Volume 15, Number 10
It seems like sitting should be good for the human body. There is little risk of musculoskeletal injury with sitting, and little stress on the cardiovascular and respiratory systems. However, study after study finds that being sedentary is associated with higher risk of numerous chronic illnesses and premature death. There also appears to be a dose-response pattern in which less physical activity is related to greater health risks.
“Use it or lose it” is an apt description for the systems of the human body, and from this perspective it becomes apparent why being sedentary is bad for health. Less evident is what is happening at the chromosomal level when persons are inactive. Research indicates that this is one place where the costs of sitting are paid.
Telomeres are DNA-protein complexes that cap the ends of chromosomes. When cells divide, the telomeres are not completely replicated so that telomeres become shorter with each cell division. In other words, the shortening of telomeres is a marker for biological aging. Oxidative stress and inflammation are believed to be among the determinants of telomere shortening. Telomere shortening is associated with a number of age-related diseases, including most cancers. Persons experiencing chronic stress have been found to have shorter telomeres. And, shorter telomere length is associated with being sedentary.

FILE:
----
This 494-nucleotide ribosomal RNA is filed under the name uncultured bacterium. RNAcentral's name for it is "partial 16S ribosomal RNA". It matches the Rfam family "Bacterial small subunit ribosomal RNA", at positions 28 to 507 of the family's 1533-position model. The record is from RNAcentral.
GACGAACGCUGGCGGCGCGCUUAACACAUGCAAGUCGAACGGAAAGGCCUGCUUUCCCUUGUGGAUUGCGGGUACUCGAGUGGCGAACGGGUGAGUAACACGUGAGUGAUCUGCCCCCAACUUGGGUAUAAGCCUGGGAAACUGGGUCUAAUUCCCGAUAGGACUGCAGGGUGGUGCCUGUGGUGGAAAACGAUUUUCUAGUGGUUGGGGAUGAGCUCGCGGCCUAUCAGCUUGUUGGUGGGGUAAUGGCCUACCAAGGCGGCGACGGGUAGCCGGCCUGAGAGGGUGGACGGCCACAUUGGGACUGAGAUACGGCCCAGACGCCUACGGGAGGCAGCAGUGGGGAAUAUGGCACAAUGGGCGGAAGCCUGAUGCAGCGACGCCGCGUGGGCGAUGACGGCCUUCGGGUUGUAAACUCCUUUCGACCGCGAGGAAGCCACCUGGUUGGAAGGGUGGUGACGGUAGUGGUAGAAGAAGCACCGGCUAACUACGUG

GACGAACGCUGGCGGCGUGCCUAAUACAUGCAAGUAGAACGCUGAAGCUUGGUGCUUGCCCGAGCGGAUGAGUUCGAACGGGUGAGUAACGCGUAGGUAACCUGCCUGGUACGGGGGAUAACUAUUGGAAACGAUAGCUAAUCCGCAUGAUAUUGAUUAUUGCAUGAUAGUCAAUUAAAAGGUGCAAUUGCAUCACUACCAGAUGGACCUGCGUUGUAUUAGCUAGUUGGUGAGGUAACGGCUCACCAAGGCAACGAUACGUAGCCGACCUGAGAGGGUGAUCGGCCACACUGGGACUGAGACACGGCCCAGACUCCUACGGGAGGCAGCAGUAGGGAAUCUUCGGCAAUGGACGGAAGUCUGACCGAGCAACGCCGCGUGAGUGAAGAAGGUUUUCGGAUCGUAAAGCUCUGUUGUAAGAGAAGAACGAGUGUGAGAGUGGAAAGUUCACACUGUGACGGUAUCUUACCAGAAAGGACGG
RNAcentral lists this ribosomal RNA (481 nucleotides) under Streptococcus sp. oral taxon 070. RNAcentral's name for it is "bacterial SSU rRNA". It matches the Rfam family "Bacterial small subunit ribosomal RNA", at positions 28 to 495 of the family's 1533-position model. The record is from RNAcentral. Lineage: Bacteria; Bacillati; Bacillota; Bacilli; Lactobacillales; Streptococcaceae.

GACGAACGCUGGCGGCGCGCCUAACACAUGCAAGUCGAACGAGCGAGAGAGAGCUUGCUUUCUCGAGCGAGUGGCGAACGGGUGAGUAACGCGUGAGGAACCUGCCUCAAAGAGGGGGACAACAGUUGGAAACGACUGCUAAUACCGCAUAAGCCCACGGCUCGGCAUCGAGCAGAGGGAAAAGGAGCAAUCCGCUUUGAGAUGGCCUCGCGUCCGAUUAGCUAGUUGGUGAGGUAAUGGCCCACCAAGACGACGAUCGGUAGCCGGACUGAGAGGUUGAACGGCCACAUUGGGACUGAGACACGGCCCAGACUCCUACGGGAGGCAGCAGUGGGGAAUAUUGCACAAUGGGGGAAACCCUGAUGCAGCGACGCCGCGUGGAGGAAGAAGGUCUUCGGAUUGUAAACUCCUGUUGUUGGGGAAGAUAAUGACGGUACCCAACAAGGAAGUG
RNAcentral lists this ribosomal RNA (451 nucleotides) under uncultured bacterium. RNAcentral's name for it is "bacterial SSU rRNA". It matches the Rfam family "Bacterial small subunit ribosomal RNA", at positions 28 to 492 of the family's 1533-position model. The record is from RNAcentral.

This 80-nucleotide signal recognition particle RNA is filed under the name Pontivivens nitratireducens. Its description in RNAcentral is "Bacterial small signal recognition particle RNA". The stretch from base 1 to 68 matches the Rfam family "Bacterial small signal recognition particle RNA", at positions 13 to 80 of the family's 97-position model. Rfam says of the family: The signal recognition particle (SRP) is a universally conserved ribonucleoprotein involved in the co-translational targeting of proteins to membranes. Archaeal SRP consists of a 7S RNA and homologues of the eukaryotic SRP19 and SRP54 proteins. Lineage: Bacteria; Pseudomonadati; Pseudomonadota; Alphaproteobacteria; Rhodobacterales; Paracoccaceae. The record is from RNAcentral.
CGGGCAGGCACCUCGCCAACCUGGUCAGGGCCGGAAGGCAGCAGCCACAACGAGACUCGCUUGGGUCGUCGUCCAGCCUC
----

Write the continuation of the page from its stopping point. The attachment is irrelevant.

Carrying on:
Hours spent watching television, one marker used by researchers to measure sedentary behavior, has been found to be inversely related to telomere length. Studies looking at exercise and telomere length have found that physically active individuals have longer telomeres compared to inactive persons.
Physical inactivity is common in the United States. It has been estimated that approximately one-third of US adults are sitting 9 or more hours each day, and only about one-quarter of adults get the recommended amount of physical activity. Screen time is just one of the reasons why persons may be sedentary; many jobs do not require physical activity. There is a trend in which more persons are choosing to stand at work when possible, rather than sitting, but standing itself does not appear to eliminate the costs of inactivity.
There is good news for persons who sit for many hours. Evidence is accumulating that regular physical activity can reduce, and perhaps eliminate, the costs of sitting. Getting approximately 150 minutes of moderate to vigorous physical activity each weeks lessens the harms of sitting, whereas 300 minutes per week is the level at which sitting costs may be fully offset. Regular physical activity is, of course, important for all, but it is especially important for those who want to minimize the additional health costs that come with extended sitting.
Paul J. Hershberger, Ph.D.
… is a clinical health psychologist. He is Professor, Director of Research, and Director of the Division of Behavioral Health, Department of Family Medicine, Wright State University Boonshoft School of Medicine.
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